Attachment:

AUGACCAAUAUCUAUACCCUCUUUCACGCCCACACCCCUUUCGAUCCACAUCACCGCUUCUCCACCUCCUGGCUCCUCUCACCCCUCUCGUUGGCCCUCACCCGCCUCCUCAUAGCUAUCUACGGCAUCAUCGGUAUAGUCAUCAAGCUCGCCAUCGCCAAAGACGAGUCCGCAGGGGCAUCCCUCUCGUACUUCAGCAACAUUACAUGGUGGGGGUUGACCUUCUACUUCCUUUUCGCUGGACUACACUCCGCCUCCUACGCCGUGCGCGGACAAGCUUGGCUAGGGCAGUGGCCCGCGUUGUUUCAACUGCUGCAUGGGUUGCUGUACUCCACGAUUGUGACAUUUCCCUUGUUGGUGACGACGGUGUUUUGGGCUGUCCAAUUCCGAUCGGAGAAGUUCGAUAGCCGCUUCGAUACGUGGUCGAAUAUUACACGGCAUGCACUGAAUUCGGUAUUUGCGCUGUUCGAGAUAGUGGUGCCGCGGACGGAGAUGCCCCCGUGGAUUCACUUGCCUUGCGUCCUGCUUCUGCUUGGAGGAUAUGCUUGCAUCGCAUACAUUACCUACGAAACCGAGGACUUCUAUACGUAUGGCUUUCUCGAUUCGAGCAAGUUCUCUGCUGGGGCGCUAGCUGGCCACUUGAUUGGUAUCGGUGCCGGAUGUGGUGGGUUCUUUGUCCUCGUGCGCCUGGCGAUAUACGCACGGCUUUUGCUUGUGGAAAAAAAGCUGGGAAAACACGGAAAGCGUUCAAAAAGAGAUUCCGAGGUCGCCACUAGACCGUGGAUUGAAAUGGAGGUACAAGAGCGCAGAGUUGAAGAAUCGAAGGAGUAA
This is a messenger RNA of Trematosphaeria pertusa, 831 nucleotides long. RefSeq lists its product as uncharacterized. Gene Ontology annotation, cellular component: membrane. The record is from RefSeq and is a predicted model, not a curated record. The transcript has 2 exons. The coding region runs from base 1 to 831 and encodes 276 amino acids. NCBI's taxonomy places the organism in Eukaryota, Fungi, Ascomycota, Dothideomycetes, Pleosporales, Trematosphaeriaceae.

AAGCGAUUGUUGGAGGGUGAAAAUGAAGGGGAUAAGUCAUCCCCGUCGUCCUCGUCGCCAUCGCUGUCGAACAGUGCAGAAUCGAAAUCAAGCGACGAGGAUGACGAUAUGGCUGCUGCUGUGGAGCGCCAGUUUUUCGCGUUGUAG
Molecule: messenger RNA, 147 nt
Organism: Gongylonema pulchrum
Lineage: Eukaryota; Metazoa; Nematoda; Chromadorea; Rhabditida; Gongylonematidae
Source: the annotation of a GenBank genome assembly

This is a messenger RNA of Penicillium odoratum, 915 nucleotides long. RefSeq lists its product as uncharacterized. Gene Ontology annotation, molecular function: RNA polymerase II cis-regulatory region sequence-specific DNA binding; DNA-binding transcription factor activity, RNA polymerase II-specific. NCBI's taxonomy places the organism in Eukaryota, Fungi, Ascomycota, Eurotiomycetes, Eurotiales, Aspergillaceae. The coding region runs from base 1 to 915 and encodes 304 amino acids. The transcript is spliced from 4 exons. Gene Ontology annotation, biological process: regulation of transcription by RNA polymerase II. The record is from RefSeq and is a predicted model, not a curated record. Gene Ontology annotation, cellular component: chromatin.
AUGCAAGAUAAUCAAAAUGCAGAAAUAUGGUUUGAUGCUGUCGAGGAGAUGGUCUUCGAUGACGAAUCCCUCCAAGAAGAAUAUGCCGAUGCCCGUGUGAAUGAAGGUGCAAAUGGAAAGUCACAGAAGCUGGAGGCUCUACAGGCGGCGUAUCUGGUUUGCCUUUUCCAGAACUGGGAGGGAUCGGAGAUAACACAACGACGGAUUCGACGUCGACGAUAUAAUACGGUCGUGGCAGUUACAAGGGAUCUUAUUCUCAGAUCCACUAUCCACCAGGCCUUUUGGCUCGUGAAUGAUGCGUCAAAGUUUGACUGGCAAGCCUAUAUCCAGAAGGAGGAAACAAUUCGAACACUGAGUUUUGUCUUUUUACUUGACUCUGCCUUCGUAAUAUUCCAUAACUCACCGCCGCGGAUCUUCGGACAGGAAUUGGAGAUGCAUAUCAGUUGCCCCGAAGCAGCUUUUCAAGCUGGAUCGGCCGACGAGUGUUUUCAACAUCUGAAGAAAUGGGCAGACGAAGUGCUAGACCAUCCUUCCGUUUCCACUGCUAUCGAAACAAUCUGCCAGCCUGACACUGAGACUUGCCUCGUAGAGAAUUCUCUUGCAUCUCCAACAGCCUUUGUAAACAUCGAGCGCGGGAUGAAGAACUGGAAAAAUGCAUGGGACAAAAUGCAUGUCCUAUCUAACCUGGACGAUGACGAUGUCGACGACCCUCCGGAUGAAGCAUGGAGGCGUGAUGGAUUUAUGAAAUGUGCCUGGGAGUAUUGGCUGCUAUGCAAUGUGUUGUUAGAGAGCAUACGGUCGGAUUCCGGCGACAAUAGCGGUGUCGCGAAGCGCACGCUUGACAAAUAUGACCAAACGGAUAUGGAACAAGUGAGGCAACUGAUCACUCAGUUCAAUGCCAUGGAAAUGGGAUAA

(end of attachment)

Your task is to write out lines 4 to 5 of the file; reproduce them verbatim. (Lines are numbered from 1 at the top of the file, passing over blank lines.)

Molecule: messenger RNA, 147 nt
Organism: Gongylonema pulchrum